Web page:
Almost too nice…


Glitter
Originally uploaded by Sunira

It has been too long since I’ve been able to write! Expect a few posts today…

 

First up: Freak the Mighty.

It was originally introduced to me as a movie, and my father loved it, so I took it upon myself to pick up the book. It is a short read in typical middle school fashion; big phont, short chapters, simple dialogue. The hero, “Freak” is a young boy with a degenerative disease who is stuck in fantasy lands of the past and future, finding comfort in the lands of knights or robots (depending on which serves his purpose at the time). The narrator, Max, is a gentle giant, stuck in the shadow of his father – a murderer. The two misfits team up to create the unstoppable team of Freak the Mighty, mixing brains with brawn. The duo turn streets into collapsing bridges, ponds into deadly moats, old ladies into Damsels in Distress. They find adventure in everything, learn timeless lessons through the bonds of friendship, and turn out a pretty good Lifetime Movie.

 It is a cute book, recommended for children between the ages of 8 and 13.

Published in: on February 23, 2008 at 11:18 am  Comments (1)  

Wow.

mine1.jpg

I’ll keep this short. Again, I have managed to put my entire book list on hold for another highly valued recommendation.I have picked up The third book by Daniel Quinn, My Ishmael and it is. . . astounding. Which is why I’m keeping this short until I finish it, which makes absolutely no sense unless you’ve read it.

I have plenty of Students2.0 posts to write now, and plenty of thoughts to think. Please excuse my previous absense, dearest readers. Wish me luck.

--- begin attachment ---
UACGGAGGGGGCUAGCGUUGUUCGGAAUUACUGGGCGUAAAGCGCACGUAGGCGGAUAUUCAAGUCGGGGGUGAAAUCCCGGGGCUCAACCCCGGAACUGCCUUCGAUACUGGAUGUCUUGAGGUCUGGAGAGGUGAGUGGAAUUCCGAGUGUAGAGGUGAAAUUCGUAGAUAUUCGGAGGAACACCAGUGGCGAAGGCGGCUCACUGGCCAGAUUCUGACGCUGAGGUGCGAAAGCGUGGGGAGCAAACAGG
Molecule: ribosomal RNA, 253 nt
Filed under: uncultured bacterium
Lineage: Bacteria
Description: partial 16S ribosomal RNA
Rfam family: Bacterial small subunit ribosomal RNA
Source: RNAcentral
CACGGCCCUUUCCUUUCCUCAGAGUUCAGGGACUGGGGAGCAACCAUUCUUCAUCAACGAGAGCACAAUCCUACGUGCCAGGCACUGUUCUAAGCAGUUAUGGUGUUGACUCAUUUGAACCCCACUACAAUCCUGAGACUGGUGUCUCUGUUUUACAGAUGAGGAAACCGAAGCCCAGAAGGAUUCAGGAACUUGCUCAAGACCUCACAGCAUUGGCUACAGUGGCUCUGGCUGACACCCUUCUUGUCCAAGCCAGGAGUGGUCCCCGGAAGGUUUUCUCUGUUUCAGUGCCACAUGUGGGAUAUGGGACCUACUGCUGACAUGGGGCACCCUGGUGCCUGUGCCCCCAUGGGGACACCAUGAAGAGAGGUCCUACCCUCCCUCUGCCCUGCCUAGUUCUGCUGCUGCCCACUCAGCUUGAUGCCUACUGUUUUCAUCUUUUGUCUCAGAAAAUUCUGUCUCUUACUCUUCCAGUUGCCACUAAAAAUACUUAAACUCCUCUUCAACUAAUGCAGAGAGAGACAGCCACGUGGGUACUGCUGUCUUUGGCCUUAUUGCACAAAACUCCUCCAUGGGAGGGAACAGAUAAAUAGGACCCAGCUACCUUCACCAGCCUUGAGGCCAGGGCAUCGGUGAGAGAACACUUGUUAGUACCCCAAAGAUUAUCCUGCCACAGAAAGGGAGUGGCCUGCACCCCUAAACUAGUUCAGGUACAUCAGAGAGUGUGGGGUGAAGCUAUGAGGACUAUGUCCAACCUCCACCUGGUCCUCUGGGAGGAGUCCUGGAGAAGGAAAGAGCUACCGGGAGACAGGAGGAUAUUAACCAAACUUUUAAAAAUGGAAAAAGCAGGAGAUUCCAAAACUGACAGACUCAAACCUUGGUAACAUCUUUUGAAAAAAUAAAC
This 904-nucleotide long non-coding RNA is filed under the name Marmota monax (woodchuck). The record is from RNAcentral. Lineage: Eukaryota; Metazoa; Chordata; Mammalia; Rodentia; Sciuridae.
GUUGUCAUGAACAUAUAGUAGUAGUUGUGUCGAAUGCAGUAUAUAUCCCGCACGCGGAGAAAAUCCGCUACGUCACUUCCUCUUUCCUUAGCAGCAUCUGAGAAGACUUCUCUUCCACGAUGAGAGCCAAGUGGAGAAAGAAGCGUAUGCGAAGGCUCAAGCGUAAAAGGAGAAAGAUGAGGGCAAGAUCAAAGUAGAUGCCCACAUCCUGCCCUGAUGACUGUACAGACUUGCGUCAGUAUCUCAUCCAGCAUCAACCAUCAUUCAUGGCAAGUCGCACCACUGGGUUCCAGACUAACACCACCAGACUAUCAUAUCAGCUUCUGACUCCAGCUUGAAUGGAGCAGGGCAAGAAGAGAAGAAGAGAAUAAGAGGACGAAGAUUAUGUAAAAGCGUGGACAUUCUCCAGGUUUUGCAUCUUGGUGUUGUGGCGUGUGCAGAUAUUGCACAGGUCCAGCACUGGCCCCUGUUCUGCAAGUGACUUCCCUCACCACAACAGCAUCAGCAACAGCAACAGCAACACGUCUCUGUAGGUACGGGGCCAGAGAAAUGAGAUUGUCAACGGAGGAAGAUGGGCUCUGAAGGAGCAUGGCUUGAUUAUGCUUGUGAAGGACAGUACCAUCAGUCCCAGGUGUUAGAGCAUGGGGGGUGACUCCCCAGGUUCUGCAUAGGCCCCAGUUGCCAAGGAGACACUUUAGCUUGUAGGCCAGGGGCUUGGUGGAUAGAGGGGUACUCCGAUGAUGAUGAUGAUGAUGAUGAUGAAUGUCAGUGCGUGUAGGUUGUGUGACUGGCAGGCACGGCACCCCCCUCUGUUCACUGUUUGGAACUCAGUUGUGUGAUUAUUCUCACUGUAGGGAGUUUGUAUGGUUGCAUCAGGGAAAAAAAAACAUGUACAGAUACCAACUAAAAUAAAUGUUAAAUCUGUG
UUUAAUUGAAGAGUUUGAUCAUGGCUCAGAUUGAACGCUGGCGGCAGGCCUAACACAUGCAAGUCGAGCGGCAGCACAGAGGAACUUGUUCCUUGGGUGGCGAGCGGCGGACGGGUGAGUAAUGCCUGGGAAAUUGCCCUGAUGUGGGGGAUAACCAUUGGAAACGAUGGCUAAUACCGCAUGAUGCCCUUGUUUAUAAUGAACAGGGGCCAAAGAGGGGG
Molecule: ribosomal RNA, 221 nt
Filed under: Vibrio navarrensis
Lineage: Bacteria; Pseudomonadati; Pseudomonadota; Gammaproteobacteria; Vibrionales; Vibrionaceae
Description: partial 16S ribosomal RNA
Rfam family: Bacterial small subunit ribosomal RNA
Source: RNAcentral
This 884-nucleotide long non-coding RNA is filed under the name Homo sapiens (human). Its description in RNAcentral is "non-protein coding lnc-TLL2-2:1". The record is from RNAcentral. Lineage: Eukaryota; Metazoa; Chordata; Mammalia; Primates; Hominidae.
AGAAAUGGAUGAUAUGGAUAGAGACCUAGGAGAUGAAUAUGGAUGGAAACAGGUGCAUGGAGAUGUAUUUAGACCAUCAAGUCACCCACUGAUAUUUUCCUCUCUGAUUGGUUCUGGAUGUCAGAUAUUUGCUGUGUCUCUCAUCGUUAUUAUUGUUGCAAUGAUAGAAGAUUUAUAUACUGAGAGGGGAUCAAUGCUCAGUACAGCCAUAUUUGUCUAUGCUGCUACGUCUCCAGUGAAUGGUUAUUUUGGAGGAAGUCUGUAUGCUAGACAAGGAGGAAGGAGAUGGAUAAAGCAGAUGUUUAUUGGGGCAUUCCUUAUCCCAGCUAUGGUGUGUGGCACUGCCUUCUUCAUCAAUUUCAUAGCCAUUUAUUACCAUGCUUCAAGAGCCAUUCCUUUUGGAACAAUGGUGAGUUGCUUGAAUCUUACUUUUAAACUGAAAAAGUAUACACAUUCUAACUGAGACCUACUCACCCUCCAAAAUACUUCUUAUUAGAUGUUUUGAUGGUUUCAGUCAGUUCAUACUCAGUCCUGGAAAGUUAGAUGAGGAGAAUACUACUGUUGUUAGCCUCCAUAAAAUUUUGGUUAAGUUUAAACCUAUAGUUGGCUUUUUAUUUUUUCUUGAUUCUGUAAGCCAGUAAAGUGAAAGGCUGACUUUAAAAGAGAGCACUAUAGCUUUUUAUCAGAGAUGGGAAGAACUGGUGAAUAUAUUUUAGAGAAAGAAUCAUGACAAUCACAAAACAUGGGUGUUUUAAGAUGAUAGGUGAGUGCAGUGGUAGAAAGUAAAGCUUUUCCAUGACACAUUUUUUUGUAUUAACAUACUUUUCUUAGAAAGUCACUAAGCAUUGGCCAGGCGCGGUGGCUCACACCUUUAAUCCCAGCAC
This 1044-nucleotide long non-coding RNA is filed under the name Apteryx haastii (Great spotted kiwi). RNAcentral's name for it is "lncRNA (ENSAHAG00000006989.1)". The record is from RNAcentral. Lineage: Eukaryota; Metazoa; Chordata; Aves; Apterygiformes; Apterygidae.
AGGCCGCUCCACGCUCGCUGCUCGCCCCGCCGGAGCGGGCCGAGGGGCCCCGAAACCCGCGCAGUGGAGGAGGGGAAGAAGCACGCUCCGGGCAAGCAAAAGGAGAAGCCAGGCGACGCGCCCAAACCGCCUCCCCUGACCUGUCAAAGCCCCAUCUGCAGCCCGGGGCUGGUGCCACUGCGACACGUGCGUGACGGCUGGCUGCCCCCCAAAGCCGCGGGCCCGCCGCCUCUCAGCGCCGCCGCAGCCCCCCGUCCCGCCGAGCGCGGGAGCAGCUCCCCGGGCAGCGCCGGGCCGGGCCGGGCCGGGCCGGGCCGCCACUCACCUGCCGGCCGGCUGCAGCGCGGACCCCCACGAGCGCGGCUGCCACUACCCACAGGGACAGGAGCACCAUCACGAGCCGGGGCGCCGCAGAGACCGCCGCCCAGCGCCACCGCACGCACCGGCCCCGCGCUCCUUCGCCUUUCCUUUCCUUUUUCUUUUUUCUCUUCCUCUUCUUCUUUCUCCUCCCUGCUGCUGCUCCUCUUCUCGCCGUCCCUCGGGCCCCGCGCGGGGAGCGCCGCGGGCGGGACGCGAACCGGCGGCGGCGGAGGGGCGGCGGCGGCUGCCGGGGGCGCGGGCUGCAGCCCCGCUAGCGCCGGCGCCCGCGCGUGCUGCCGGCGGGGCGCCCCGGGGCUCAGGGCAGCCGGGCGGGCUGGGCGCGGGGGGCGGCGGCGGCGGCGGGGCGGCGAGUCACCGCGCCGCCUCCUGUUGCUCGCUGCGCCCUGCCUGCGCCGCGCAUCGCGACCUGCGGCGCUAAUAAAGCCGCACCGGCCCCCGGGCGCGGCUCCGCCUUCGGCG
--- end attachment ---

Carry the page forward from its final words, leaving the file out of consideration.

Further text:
Published in: on February 15, 2008 at 12:59 pm  Comments (4)  

Something is Missing


broken statue 1
Originally uploaded by tabascoshot

I’m torn. I have read both Franny and Zooey and The Catcher in the Rye and I am still unable to decide whether or not I adore J.D. Salinger, or just his books. Because of this, I have again broken my “To-Read Shelf Only” rule and picked up Nine Stories. I fell in love with Zooey, wanted to murder Holden, and I’m still in the same predicament with each of the nine stories!

This whole decision process was brought on by the frequent references to Nine Stories in an old read,  Hard Love. Here’s what it breaks down to: I wasn’t impressed with “A Perfect Day for Bananafish”, a dark part of me that I’d rather ignore was touched by “Uncle Wiggly in Connecticut”, I adored “Just Before the War with the Eskimos” and “The Laughing Man”, and that is as far as I’ve gotten… based on the 4 I’ve read, I’m still split right down the middle…

Oh Drat. Maybe my problem is that I just don’t “get” Salinger like other people. . . no, according to Wikipedia, I get it well enough.